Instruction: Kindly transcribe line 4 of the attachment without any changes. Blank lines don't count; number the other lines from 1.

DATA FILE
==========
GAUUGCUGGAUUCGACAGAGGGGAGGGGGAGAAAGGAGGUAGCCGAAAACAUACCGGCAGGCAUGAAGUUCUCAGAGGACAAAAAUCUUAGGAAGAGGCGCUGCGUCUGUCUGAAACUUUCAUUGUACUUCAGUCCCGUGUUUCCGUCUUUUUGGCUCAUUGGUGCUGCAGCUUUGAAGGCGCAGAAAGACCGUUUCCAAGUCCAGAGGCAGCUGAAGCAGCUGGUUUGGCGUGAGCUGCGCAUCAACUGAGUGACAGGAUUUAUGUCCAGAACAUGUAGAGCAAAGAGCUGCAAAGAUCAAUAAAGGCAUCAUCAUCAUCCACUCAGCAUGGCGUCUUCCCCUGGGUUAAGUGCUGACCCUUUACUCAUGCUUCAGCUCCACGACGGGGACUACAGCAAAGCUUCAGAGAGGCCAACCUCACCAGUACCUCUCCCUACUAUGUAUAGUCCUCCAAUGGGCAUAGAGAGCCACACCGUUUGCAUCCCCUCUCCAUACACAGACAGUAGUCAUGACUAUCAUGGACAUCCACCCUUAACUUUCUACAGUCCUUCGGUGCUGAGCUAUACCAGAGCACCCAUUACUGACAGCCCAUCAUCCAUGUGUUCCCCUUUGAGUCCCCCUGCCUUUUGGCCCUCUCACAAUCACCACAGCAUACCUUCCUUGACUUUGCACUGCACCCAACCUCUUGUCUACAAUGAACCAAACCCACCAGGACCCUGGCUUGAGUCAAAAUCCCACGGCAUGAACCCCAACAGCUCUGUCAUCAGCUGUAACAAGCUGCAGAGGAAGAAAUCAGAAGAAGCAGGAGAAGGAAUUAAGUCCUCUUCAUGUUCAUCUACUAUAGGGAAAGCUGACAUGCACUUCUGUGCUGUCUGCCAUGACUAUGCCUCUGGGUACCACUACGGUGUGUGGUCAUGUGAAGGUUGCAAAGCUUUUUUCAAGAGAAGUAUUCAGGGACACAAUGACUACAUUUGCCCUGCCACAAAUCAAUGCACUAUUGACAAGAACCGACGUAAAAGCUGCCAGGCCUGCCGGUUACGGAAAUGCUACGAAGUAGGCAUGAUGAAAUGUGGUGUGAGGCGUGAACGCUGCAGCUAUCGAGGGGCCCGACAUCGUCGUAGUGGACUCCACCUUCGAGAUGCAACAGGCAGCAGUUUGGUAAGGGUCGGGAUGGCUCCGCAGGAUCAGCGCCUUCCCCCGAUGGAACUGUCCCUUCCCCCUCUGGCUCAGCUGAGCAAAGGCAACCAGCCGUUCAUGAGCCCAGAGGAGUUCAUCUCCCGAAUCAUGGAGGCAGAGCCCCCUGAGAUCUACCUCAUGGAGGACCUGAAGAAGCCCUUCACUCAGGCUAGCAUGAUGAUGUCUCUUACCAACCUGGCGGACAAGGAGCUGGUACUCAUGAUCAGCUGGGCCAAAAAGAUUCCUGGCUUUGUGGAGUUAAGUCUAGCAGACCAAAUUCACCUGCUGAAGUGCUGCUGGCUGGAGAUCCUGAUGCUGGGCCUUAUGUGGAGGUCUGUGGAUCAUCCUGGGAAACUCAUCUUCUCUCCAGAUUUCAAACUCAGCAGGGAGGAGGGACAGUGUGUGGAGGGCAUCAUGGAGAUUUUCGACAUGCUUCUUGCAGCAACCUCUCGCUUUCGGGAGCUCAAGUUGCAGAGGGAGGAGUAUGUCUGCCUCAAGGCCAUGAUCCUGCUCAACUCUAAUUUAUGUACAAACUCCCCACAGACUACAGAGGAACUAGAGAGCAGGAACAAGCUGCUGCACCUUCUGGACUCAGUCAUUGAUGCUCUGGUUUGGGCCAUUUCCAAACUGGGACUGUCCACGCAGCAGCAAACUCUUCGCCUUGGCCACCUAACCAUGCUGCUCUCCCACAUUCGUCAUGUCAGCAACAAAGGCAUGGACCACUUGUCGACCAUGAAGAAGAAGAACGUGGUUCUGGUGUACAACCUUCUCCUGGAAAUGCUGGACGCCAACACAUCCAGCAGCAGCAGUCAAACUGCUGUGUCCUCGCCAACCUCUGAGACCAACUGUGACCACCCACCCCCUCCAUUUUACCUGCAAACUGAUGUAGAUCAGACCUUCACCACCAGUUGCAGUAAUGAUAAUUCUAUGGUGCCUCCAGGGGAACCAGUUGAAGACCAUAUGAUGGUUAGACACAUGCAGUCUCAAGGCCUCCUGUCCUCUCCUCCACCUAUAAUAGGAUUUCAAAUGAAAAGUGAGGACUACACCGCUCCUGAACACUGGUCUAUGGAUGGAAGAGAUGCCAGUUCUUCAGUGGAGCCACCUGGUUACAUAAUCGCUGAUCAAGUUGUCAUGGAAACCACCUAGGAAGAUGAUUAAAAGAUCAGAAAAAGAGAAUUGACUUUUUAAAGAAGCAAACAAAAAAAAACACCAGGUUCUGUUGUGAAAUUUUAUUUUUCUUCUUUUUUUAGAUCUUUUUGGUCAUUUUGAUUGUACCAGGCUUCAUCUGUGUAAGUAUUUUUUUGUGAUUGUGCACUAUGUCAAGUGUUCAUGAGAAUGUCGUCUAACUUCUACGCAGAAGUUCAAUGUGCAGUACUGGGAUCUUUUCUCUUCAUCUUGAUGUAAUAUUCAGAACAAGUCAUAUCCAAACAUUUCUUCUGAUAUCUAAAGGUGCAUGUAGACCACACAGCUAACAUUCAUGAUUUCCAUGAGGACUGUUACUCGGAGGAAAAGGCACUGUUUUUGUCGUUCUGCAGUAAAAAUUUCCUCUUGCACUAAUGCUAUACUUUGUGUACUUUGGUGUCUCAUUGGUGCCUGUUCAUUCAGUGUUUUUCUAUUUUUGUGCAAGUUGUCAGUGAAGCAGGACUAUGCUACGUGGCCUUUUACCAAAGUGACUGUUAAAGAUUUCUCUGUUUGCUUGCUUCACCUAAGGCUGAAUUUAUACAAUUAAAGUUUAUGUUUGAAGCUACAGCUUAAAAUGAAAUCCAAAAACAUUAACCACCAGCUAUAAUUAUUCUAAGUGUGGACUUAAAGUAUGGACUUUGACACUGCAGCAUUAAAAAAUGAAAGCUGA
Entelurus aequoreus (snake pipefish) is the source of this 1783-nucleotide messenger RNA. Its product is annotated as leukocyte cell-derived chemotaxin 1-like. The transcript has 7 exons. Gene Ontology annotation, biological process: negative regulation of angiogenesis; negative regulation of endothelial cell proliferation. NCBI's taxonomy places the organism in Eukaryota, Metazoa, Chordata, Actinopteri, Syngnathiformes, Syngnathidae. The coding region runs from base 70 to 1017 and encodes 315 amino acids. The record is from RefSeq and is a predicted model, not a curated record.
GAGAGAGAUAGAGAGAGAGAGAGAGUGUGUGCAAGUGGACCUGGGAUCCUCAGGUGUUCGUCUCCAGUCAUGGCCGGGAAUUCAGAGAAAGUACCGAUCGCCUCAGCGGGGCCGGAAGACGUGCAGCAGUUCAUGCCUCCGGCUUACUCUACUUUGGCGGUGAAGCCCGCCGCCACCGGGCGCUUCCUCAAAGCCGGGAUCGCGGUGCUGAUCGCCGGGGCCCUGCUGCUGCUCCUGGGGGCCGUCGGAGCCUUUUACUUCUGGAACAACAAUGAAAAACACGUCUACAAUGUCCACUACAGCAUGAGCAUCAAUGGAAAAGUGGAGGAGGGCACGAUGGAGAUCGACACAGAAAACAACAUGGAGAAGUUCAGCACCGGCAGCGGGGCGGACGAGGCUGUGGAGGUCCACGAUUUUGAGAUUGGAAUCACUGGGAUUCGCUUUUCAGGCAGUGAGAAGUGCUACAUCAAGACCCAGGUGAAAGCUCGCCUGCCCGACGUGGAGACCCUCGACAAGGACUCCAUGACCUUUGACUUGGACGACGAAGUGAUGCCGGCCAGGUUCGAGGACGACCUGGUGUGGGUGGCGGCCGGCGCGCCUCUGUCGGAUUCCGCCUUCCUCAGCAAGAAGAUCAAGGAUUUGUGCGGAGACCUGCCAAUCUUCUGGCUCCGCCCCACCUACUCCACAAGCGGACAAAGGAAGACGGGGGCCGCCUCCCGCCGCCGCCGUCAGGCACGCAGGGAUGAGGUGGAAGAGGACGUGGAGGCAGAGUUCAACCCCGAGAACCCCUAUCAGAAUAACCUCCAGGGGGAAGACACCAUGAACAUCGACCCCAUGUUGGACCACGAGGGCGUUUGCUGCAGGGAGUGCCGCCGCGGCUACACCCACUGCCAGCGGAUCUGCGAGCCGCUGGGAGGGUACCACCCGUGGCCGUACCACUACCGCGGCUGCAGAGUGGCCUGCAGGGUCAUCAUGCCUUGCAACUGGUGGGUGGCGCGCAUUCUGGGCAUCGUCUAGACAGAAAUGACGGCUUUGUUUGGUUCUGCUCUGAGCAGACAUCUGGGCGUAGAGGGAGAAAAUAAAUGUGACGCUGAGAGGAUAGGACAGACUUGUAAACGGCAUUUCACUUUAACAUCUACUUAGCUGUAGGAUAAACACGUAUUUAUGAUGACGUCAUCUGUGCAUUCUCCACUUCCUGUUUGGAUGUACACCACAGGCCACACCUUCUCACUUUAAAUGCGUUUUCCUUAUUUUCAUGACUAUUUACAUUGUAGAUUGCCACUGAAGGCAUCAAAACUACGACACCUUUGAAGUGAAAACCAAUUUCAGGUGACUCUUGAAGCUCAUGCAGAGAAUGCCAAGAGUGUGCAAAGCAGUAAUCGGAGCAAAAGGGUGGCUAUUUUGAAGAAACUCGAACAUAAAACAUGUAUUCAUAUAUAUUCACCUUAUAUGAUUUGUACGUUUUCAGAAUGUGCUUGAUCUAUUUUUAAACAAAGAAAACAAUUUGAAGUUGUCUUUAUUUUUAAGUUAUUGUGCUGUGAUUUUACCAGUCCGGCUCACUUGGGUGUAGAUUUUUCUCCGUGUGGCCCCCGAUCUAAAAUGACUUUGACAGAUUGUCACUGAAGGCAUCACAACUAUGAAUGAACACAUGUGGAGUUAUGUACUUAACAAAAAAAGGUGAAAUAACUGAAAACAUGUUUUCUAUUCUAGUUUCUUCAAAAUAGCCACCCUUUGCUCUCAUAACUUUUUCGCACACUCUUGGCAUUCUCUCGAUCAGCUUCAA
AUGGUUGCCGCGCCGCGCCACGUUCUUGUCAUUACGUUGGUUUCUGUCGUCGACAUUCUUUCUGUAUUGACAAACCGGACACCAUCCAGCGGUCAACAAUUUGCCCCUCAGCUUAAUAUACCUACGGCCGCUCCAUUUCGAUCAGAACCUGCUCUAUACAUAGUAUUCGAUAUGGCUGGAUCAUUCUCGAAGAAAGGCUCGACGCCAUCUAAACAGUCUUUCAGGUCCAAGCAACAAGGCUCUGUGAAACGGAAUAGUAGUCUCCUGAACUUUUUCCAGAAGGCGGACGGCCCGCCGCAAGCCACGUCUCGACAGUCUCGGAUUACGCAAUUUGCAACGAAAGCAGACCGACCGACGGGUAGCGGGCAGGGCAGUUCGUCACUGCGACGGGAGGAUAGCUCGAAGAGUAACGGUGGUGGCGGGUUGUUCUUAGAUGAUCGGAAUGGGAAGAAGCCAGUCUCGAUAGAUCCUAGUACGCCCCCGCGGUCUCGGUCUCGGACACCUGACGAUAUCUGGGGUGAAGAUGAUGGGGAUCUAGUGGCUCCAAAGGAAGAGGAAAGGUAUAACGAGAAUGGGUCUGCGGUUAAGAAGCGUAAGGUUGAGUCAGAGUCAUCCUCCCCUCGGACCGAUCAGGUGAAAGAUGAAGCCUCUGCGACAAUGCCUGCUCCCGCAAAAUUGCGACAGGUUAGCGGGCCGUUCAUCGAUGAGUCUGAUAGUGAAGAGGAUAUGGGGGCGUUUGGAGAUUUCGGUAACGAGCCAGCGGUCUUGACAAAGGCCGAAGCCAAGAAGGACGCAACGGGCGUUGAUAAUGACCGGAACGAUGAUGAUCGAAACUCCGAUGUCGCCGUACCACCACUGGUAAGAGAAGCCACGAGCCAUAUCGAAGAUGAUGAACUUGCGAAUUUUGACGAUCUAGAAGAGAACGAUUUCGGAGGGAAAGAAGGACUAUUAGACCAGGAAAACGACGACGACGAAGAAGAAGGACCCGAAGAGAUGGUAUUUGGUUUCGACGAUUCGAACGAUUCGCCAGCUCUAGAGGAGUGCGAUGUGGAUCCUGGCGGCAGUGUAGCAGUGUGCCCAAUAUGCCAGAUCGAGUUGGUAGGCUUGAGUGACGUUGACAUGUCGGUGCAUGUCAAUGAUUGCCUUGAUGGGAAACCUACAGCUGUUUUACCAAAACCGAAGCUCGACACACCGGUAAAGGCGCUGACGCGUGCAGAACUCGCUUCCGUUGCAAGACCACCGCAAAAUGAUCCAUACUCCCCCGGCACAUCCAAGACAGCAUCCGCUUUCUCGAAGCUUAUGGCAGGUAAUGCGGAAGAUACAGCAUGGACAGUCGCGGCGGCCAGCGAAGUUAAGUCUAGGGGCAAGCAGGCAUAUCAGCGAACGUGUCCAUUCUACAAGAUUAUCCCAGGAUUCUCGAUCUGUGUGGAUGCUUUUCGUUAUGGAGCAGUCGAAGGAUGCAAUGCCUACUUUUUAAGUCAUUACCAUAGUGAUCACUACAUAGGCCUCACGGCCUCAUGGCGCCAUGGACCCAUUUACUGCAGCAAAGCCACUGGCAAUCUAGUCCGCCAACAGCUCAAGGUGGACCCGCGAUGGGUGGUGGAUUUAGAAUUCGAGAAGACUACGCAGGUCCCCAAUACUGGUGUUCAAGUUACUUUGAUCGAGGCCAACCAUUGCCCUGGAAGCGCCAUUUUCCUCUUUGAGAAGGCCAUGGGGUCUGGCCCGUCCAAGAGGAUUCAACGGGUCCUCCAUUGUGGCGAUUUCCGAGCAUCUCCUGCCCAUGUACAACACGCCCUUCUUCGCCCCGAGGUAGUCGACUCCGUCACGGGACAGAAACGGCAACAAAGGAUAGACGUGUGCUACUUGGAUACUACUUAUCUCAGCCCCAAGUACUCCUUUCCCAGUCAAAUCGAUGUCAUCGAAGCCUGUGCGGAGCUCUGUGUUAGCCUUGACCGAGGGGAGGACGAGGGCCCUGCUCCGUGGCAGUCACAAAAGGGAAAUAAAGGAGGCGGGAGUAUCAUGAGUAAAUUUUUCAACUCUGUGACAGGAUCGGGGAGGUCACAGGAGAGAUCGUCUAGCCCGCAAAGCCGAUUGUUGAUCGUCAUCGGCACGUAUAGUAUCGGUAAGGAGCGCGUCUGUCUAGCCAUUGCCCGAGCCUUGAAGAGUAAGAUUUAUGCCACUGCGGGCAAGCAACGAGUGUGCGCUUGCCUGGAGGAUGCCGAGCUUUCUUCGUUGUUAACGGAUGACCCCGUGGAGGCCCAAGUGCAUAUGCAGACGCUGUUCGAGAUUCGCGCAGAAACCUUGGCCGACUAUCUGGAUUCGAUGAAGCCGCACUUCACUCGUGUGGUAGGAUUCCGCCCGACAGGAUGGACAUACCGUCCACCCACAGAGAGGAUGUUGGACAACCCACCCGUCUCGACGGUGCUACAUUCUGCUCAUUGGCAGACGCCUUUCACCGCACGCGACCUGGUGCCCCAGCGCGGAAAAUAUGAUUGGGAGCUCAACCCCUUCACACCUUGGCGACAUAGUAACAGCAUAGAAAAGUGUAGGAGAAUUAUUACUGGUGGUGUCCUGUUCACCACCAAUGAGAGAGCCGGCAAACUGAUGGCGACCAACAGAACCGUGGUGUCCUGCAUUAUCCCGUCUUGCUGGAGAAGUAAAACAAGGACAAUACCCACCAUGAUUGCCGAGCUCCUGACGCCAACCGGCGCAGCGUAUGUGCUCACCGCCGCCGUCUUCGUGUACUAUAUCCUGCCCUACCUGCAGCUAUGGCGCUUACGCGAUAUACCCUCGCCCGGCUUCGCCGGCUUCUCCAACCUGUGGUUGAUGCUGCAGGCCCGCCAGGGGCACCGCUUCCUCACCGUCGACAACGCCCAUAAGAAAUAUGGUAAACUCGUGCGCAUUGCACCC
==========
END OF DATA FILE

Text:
AUGGUUGCCGCGCCGCGCCACGUUCUUGUCAUUACGUUGGUUUCUGUCGUCGACAUUCUUUCUGUAUUGACAAACCGGACACCAUCCAGCGGUCAACAAUUUGCCCCUCAGCUUAAUAUACCUACGGCCGCUCCAUUUCGAUCAGAACCUGCUCUAUACAUAGUAUUCGAUAUGGCUGGAUCAUUCUCGAAGAAAGGCUCGACGCCAUCUAAACAGUCUUUCAGGUCCAAGCAACAAGGCUCUGUGAAACGGAAUAGUAGUCUCCUGAACUUUUUCCAGAAGGCGGACGGCCCGCCGCAAGCCACGUCUCGACAGUCUCGGAUUACGCAAUUUGCAACGAAAGCAGACCGACCGACGGGUAGCGGGCAGGGCAGUUCGUCACUGCGACGGGAGGAUAGCUCGAAGAGUAACGGUGGUGGCGGGUUGUUCUUAGAUGAUCGGAAUGGGAAGAAGCCAGUCUCGAUAGAUCCUAGUACGCCCCCGCGGUCUCGGUCUCGGACACCUGACGAUAUCUGGGGUGAAGAUGAUGGGGAUCUAGUGGCUCCAAAGGAAGAGGAAAGGUAUAACGAGAAUGGGUCUGCGGUUAAGAAGCGUAAGGUUGAGUCAGAGUCAUCCUCCCCUCGGACCGAUCAGGUGAAAGAUGAAGCCUCUGCGACAAUGCCUGCUCCCGCAAAAUUGCGACAGGUUAGCGGGCCGUUCAUCGAUGAGUCUGAUAGUGAAGAGGAUAUGGGGGCGUUUGGAGAUUUCGGUAACGAGCCAGCGGUCUUGACAAAGGCCGAAGCCAAGAAGGACGCAACGGGCGUUGAUAAUGACCGGAACGAUGAUGAUCGAAACUCCGAUGUCGCCGUACCACCACUGGUAAGAGAAGCCACGAGCCAUAUCGAAGAUGAUGAACUUGCGAAUUUUGACGAUCUAGAAGAGAACGAUUUCGGAGGGAAAGAAGGACUAUUAGACCAGGAAAACGACGACGACGAAGAAGAAGGACCCGAAGAGAUGGUAUUUGGUUUCGACGAUUCGAACGAUUCGCCAGCUCUAGAGGAGUGCGAUGUGGAUCCUGGCGGCAGUGUAGCAGUGUGCCCAAUAUGCCAGAUCGAGUUGGUAGGCUUGAGUGACGUUGACAUGUCGGUGCAUGUCAAUGAUUGCCUUGAUGGGAAACCUACAGCUGUUUUACCAAAACCGAAGCUCGACACACCGGUAAAGGCGCUGACGCGUGCAGAACUCGCUUCCGUUGCAAGACCACCGCAAAAUGAUCCAUACUCCCCCGGCACAUCCAAGACAGCAUCCGCUUUCUCGAAGCUUAUGGCAGGUAAUGCGGAAGAUACAGCAUGGACAGUCGCGGCGGCCAGCGAAGUUAAGUCUAGGGGCAAGCAGGCAUAUCAGCGAACGUGUCCAUUCUACAAGAUUAUCCCAGGAUUCUCGAUCUGUGUGGAUGCUUUUCGUUAUGGAGCAGUCGAAGGAUGCAAUGCCUACUUUUUAAGUCAUUACCAUAGUGAUCACUACAUAGGCCUCACGGCCUCAUGGCGCCAUGGACCCAUUUACUGCAGCAAAGCCACUGGCAAUCUAGUCCGCCAACAGCUCAAGGUGGACCCGCGAUGGGUGGUGGAUUUAGAAUUCGAGAAGACUACGCAGGUCCCCAAUACUGGUGUUCAAGUUACUUUGAUCGAGGCCAACCAUUGCCCUGGAAGCGCCAUUUUCCUCUUUGAGAAGGCCAUGGGGUCUGGCCCGUCCAAGAGGAUUCAACGGGUCCUCCAUUGUGGCGAUUUCCGAGCAUCUCCUGCCCAUGUACAACACGCCCUUCUUCGCCCCGAGGUAGUCGACUCCGUCACGGGACAGAAACGGCAACAAAGGAUAGACGUGUGCUACUUGGAUACUACUUAUCUCAGCCCCAAGUACUCCUUUCCCAGUCAAAUCGAUGUCAUCGAAGCCUGUGCGGAGCUCUGUGUUAGCCUUGACCGAGGGGAGGACGAGGGCCCUGCUCCGUGGCAGUCACAAAAGGGAAAUAAAGGAGGCGGGAGUAUCAUGAGUAAAUUUUUCAACUCUGUGACAGGAUCGGGGAGGUCACAGGAGAGAUCGUCUAGCCCGCAAAGCCGAUUGUUGAUCGUCAUCGGCACGUAUAGUAUCGGUAAGGAGCGCGUCUGUCUAGCCAUUGCCCGAGCCUUGAAGAGUAAGAUUUAUGCCACUGCGGGCAAGCAACGAGUGUGCGCUUGCCUGGAGGAUGCCGAGCUUUCUUCGUUGUUAACGGAUGACCCCGUGGAGGCCCAAGUGCAUAUGCAGACGCUGUUCGAGAUUCGCGCAGAAACCUUGGCCGACUAUCUGGAUUCGAUGAAGCCGCACUUCACUCGUGUGGUAGGAUUCCGCCCGACAGGAUGGACAUACCGUCCACCCACAGAGAGGAUGUUGGACAACCCACCCGUCUCGACGGUGCUACAUUCUGCUCAUUGGCAGACGCCUUUCACCGCACGCGACCUGGUGCCCCAGCGCGGAAAAUAUGAUUGGGAGCUCAACCCCUUCACACCUUGGCGACAUAGUAACAGCAUAGAAAAGUGUAGGAGAAUUAUUACUGGUGGUGUCCUGUUCACCACCAAUGAGAGAGCCGGCAAACUGAUGGCGACCAACAGAACCGUGGUGUCCUGCAUUAUCCCGUCUUGCUGGAGAAGUAAAACAAGGACAAUACCCACCAUGAUUGCCGAGCUCCUGACGCCAACCGGCGCAGCGUAUGUGCUCACCGCCGCCGUCUUCGUGUACUAUAUCCUGCCCUACCUGCAGCUAUGGCGCUUACGCGAUAUACCCUCGCCCGGCUUCGCCGGCUUCUCCAACCUGUGGUUGAUGCUGCAGGCCCGCCAGGGGCACCGCUUCCUCACCGUCGACAACGCCCAUAAGAAAUAUGGUAAACUCGUGCGCAUUGCACCC